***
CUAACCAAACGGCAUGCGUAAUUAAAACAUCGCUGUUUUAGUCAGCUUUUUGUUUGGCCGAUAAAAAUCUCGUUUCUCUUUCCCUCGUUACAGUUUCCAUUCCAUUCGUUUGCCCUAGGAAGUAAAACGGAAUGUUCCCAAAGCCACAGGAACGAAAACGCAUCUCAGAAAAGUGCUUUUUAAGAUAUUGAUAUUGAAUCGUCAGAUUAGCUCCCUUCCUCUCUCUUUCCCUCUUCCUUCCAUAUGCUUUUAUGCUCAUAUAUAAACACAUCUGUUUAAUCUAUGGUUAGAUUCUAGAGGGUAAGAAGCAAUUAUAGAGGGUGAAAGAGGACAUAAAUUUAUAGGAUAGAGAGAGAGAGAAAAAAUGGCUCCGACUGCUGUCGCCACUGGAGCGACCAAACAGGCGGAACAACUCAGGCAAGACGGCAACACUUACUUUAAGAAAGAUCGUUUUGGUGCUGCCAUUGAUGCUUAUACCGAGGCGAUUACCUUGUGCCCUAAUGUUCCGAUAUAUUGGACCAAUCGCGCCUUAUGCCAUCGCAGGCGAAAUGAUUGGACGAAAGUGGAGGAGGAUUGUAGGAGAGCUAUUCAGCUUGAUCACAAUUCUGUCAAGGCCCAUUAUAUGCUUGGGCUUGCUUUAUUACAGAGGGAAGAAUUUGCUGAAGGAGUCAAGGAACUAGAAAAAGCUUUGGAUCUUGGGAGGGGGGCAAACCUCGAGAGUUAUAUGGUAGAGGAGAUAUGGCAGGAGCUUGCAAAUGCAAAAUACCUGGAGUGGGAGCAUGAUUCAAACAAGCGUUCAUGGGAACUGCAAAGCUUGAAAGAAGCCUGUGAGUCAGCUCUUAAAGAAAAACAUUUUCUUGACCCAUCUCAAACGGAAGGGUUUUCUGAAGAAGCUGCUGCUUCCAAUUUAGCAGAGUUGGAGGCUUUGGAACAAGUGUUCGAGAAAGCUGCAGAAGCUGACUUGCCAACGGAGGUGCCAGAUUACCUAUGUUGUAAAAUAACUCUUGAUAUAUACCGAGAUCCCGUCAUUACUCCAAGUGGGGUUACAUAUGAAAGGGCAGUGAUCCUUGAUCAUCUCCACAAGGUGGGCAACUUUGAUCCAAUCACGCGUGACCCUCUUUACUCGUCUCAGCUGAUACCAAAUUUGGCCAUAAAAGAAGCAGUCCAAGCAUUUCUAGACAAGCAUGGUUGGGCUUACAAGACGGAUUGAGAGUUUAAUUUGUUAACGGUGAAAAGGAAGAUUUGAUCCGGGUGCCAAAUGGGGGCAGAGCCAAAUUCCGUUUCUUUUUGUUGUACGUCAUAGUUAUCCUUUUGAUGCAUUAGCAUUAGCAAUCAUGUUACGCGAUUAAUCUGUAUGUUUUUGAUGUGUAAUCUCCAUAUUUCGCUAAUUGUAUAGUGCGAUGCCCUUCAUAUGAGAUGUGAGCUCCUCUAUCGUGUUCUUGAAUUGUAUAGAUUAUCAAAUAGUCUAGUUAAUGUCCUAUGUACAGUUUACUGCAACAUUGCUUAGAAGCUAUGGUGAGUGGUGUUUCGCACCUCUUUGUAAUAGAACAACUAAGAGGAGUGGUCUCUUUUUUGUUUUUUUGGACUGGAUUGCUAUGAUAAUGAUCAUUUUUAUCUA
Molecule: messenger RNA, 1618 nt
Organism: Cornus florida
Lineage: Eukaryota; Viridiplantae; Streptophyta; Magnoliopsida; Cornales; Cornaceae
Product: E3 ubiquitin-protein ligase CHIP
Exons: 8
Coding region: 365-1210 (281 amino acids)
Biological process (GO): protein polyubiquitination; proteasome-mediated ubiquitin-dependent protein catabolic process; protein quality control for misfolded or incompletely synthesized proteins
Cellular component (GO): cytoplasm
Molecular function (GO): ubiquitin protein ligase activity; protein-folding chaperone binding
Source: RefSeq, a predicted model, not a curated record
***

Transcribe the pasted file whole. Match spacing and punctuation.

CUAACCAAACGGCAUGCGUAAUUAAAACAUCGCUGUUUUAGUCAGCUUUUUGUUUGGCCGAUAAAAAUCUCGUUUCUCUUUCCCUCGUUACAGUUUCCAUUCCAUUCGUUUGCCCUAGGAAGUAAAACGGAAUGUUCCCAAAGCCACAGGAACGAAAACGCAUCUCAGAAAAGUGCUUUUUAAGAUAUUGAUAUUGAAUCGUCAGAUUAGCUCCCUUCCUCUCUCUUUCCCUCUUCCUUCCAUAUGCUUUUAUGCUCAUAUAUAAACACAUCUGUUUAAUCUAUGGUUAGAUUCUAGAGGGUAAGAAGCAAUUAUAGAGGGUGAAAGAGGACAUAAAUUUAUAGGAUAGAGAGAGAGAGAAAAAAUGGCUCCGACUGCUGUCGCCACUGGAGCGACCAAACAGGCGGAACAACUCAGGCAAGACGGCAACACUUACUUUAAGAAAGAUCGUUUUGGUGCUGCCAUUGAUGCUUAUACCGAGGCGAUUACCUUGUGCCCUAAUGUUCCGAUAUAUUGGACCAAUCGCGCCUUAUGCCAUCGCAGGCGAAAUGAUUGGACGAAAGUGGAGGAGGAUUGUAGGAGAGCUAUUCAGCUUGAUCACAAUUCUGUCAAGGCCCAUUAUAUGCUUGGGCUUGCUUUAUUACAGAGGGAAGAAUUUGCUGAAGGAGUCAAGGAACUAGAAAAAGCUUUGGAUCUUGGGAGGGGGGCAAACCUCGAGAGUUAUAUGGUAGAGGAGAUAUGGCAGGAGCUUGCAAAUGCAAAAUACCUGGAGUGGGAGCAUGAUUCAAACAAGCGUUCAUGGGAACUGCAAAGCUUGAAAGAAGCCUGUGAGUCAGCUCUUAAAGAAAAACAUUUUCUUGACCCAUCUCAAACGGAAGGGUUUUCUGAAGAAGCUGCUGCUUCCAAUUUAGCAGAGUUGGAGGCUUUGGAACAAGUGUUCGAGAAAGCUGCAGAAGCUGACUUGCCAACGGAGGUGCCAGAUUACCUAUGUUGUAAAAUAACUCUUGAUAUAUACCGAGAUCCCGUCAUUACUCCAAGUGGGGUUACAUAUGAAAGGGCAGUGAUCCUUGAUCAUCUCCACAAGGUGGGCAACUUUGAUCCAAUCACGCGUGACCCUCUUUACUCGUCUCAGCUGAUACCAAAUUUGGCCAUAAAAGAAGCAGUCCAAGCAUUUCUAGACAAGCAUGGUUGGGCUUACAAGACGGAUUGAGAGUUUAAUUUGUUAACGGUGAAAAGGAAGAUUUGAUCCGGGUGCCAAAUGGGGGCAGAGCCAAAUUCCGUUUCUUUUUGUUGUACGUCAUAGUUAUCCUUUUGAUGCAUUAGCAUUAGCAAUCAUGUUACGCGAUUAAUCUGUAUGUUUUUGAUGUGUAAUCUCCAUAUUUCGCUAAUUGUAUAGUGCGAUGCCCUUCAUAUGAGAUGUGAGCUCCUCUAUCGUGUUCUUGAAUUGUAUAGAUUAUCAAAUAGUCUAGUUAAUGUCCUAUGUACAGUUUACUGCAACAUUGCUUAGAAGCUAUGGUGAGUGGUGUUUCGCACCUCUUUGUAAUAGAACAACUAAGAGGAGUGGUCUCUUUUUUGUUUUUUUGGACUGGAUUGCUAUGAUAAUGAUCAUUUUUAUCUA
Molecule: messenger RNA, 1618 nt
Organism: Cornus florida
Lineage: Eukaryota; Viridiplantae; Streptophyta; Magnoliopsida; Cornales; Cornaceae
Product: E3 ubiquitin-protein ligase CHIP
Exons: 8
Coding region: 365-1210 (281 amino acids)
Biological process (GO): protein polyubiquitination; proteasome-mediated ubiquitin-dependent protein catabolic process; protein quality control for misfolded or incompletely synthesized proteins
Cellular component (GO): cytoplasm
Molecular function (GO): ubiquitin protein ligase activity; protein-folding chaperone binding
Source: RefSeq, a predicted model, not a curated record